Leaky Opto-Electrical Neural Implants: A Multidisciplinary Approach to Parkinson’s Disease Therapy

Shashank Vasudevan

Research output: Book/ReportPh.D. thesisResearch

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Parkinson’s disease is characterized by the degeneration of dopaminergic neurons in substantia nigra leading to a decrease in the dopamine level in striatum. The current dopaminergic therapies effectively alleviate the symptoms, but they do not halt the disease progression and result in additional complications. Transplanting healthy stem cell-derived dopaminergic neurons could replenish the dopamine levels without additional motor complications. However, the cells migrate after transplantation in vivo and it is difficult to stimulate them selectively to modulate on demand dopamine release to prevent dyskinesia.

In order to address these issues, this project aims to replenish the loss of neurotransmitters via an implant capable of optically stimulating a large population of stem cell-derived neurons to modulate neurotransmitter release. The development of two types of implantable leaks opto-electrical neural implants to carry stem cell derived dopaminergic neurons into the brain is presented. The devices are based on commercial optical fibers and silicon microfabrication. Both devices contain two basic elements: a leaky optical element for optical stimulation of neurons and a pyrolytic carbon element for electrochemical detection of subsequent release of dopamine. Introduction of micro optical windows in the core of an optical fiber/waveguide leads to light leaking out of the optical element. The intensity and spatial distribution of light were optimized to stimulate a large population of neurons surrounding the optical element. Pyrolytic carbon obtained through the pyrolysis of polymer precursor was used as a substrate for cell culture due to its biocompatibility and excellent electrochemical properties. Oxidation of dopamine at the pyrolytic carbon surface indicates the quantity of dopamine released on demand from the neurons upon light stimulation. Genetically engineered human neural stem cells expressing the blue light sensitive opsin Channelrhodopsin-2, were differentiated into dopaminergic neurons on the pyrolytic carbon surface. Light leaking from the micro-optical windows stimulated the neurons leading to dopamine exocytosis, which was detected in realtime using amperometry. The multi-functional leaky opto-electrical neural implants described here provide the first proof of concept of a device for differentiating optogenetic human neural stem cells into dopaminergic neurons for on-demand release of dopamine to restore the dopamine levels in Parkinson’s disease.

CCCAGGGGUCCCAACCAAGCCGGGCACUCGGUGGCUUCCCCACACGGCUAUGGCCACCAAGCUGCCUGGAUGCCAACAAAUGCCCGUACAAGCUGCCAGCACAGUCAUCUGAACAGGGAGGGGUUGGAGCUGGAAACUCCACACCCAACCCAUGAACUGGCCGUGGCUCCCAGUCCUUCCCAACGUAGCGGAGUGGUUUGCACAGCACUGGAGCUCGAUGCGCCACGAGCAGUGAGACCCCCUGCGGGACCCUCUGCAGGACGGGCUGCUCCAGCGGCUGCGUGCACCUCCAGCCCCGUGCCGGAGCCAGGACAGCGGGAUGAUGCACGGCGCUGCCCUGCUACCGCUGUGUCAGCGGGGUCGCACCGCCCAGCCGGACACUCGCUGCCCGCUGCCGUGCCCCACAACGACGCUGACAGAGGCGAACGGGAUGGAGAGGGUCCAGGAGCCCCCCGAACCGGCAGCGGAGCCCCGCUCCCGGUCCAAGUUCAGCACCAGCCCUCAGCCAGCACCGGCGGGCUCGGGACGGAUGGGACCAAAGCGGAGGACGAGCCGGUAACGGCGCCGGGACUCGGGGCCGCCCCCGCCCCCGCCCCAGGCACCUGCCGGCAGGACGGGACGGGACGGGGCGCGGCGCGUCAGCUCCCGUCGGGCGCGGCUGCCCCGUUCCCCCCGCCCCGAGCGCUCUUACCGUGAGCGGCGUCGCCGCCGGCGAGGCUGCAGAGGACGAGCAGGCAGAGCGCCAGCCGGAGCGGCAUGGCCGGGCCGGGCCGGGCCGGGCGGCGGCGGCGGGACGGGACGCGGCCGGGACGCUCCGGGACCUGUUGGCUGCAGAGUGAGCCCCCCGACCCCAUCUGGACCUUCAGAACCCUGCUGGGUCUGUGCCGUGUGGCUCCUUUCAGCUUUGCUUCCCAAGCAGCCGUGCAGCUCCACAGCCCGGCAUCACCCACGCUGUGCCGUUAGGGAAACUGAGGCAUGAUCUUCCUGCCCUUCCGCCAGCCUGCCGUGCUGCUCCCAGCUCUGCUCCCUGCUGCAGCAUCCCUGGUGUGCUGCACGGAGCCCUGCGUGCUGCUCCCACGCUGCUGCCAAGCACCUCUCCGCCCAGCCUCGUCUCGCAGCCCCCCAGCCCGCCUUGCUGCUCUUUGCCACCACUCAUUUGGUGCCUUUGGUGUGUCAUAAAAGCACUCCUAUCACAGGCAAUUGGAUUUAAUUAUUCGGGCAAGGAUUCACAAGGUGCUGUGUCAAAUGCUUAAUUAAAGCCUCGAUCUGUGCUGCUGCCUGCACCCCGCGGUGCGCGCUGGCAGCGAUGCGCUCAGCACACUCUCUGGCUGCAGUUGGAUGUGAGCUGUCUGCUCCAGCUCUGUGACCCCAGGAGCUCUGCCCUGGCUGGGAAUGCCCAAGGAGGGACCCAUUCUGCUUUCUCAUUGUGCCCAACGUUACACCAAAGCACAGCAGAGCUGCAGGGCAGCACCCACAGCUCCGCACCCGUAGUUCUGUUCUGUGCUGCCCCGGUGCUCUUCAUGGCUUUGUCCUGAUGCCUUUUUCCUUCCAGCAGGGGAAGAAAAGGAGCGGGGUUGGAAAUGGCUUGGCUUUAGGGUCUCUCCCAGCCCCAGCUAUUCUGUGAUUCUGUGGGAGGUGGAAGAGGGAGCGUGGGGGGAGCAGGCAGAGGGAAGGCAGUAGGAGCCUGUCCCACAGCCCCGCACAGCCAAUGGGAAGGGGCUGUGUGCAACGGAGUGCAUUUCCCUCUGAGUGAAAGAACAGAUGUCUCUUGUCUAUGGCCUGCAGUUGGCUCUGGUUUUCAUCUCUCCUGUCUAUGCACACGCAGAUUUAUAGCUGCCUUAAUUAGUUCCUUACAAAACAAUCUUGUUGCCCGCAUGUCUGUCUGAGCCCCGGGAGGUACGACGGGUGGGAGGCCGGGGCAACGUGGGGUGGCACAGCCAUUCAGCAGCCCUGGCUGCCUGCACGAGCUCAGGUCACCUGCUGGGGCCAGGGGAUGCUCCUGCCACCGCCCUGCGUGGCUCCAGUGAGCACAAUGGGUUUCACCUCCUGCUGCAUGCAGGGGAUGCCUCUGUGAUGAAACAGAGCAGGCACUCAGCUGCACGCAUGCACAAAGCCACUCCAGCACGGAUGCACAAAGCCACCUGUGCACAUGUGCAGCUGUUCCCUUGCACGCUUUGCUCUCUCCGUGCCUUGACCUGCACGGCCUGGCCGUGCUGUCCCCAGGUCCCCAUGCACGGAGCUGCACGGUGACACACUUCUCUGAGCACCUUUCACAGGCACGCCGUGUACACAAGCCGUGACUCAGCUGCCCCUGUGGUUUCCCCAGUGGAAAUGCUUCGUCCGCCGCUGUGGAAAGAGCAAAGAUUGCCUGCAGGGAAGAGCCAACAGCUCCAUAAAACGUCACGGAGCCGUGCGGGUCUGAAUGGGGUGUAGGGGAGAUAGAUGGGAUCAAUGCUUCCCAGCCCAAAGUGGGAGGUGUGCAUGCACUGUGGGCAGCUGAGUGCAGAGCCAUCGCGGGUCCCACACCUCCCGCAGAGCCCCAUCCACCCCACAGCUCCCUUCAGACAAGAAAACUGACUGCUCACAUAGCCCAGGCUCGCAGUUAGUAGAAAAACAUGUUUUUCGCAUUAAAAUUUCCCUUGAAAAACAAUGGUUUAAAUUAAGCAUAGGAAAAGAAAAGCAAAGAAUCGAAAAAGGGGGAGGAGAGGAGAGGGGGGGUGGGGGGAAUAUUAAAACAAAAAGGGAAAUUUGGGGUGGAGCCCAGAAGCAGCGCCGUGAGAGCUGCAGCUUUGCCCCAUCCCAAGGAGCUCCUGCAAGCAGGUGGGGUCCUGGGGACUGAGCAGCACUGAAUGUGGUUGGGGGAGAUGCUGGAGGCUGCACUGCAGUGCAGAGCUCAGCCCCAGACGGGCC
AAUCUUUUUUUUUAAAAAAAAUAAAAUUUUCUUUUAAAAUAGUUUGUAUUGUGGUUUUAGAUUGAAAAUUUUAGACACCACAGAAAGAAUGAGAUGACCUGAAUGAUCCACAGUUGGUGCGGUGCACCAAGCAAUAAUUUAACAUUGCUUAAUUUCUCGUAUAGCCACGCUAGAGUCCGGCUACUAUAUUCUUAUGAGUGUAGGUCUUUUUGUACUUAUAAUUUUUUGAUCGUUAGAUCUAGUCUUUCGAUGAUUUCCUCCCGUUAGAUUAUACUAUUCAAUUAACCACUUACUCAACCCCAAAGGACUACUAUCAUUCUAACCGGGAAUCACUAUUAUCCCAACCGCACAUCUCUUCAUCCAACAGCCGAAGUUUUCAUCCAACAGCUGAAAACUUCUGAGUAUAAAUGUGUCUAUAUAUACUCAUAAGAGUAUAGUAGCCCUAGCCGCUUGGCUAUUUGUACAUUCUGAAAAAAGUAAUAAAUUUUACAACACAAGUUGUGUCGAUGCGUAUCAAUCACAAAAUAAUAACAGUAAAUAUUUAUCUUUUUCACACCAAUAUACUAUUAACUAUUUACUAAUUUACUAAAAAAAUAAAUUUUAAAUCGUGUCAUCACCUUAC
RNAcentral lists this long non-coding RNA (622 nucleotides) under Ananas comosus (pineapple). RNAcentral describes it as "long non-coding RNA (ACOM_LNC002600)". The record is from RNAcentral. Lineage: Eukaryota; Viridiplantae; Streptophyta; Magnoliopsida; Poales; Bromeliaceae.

Original languageEnglish
PublisherDTU Bioengineering
Number of pages182
Publication statusPublished - 2020


Polymer and carbon based optoelectrical waveguides

Vasudevan, S., Emnéus, J., Keller, S. S., Marie, R., Ruzgas, T. & Vittorio, M. D.

Marie Skłodowska-Curie actions


Project: PhD

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